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Why Face To Face Is Always Best

WHY FACE TO FACE IS ALWAYS BEST
The benefits of looking someone in the eye and making a connection are out of this world

News from Harvard that women who go to church more than once a week live longer than those who do not made the front pages of one or two print and online news sources in May 2016. As ever, the small print needs to be read carefully and the survey is open to interpretation.

A sample of 74,000 took part in the US Nurses’ Health Study covering a period of 16 years. All were women and the vast majority were white. A few Jewish women were included. The survey found that these women had a 33% lower relative risk of dying over this period compared to other women. The researchers rightly noted that it was impossible to quantify religious experience; the strength of religious conviction is thus not a reliable factor in determining life chances. Furthermore, there was no contrast with the congregants of other religions.

Surveys like this make the headlines from time to time and there is little new about the findings. The evidence that practising Christians live longer than those who do not attend church is much more interesting for what it suggests is going on than for the findings around longevity.

The biblical idea of shalom has much to do with a person finding healing, wholeness and flourishing in community with others. In this era of more people living alone and spending time alone apart from work, the old effects of genuine togetherness have been eroded. In her perceptive book The Village Effect (Atlantic Books, 2015), US developmental psychologist Susan Pinker notes the profound and documented healing and restorative effects of face to face encounter. People flourish in all kinds of physical and emotional ways when they are able to look others in the eye on a sustained basis.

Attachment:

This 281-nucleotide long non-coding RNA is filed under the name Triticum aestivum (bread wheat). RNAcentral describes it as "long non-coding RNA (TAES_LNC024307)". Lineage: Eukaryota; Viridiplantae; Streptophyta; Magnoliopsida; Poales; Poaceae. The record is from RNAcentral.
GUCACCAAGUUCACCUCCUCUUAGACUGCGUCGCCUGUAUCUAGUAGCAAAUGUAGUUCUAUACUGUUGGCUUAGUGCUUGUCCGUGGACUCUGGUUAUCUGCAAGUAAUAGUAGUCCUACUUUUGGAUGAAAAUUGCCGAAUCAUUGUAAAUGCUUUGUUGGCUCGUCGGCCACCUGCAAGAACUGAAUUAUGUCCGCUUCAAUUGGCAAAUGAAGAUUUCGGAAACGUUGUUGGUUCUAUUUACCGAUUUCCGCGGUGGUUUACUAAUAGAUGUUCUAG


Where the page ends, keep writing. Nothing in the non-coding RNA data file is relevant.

These unimpeachable findings provide a different slant on the cost-benefit analysis of the digital revolution. While algorithms are providing us with amazing new ways of understanding the information we have about ourselves and the world, the social revolution this new era has precipitated is tempting us to relate more frequently through screens than face to face. It will be interesting to see what research tells us in the decades ahead about changes in levels of empathy, but the chances are that filtering our understanding of one another through the emoticon is not likely to help us interpret the astonishing variety of facial expressions we can pull.

Church offers people face to face relationships, which have their own inherent blessing. It brings people together in worship, offering a sense of awe, meaning and purpose. It encourages kindness, replacing competition with co-operation; it emphasises the equality of all people and unconditional love. In an atomised society and in a time where the stranger has become a threat, it fosters trust between different people. The Canadian psychologist, Michael Inzlicht has shown that people with religious faith show more sluggish activity in the anterior cingulate cortex (ACC) of the brain. This is the area which registers social rejection and anxiety as well as the kind of joyful acceptance found in romantic love. Inzlicht found the ACC to be implicated in religious conviction.

St. Paul spoke powerfully of the metaphor of the body. Together we are one body. When one part suffers, the whole body suffers; when one part rejoices, so do the other parts. There is a remarkable intimacy about shared fellowship, demonstrated most visibly in the way Christians find an immediate bond with believers they meet from very different ethnic and cultural backgrounds. Nothing is deeper than the shared identity in Christ.

All this presupposes the Church functioning as it should. The very blessings of shared faith can induce enormous stress when conflict is rife in a church. The value of face to face intimacy also asks questions of historic ecclesial architecture which ensures people do not have to look one another in the eye very much. Nevertheless, even a moderately functional church should be able to deliver on the promise of human flourishing.

Whether we live long or not is irrelevant to Jesus’ saying. He came to bring life and life in all its fullness. In the quality of what we offer one another now, we catch a glimpse of what is to be. God’s glory is manifest in a human being fully alive. I love, therefore you are.

 

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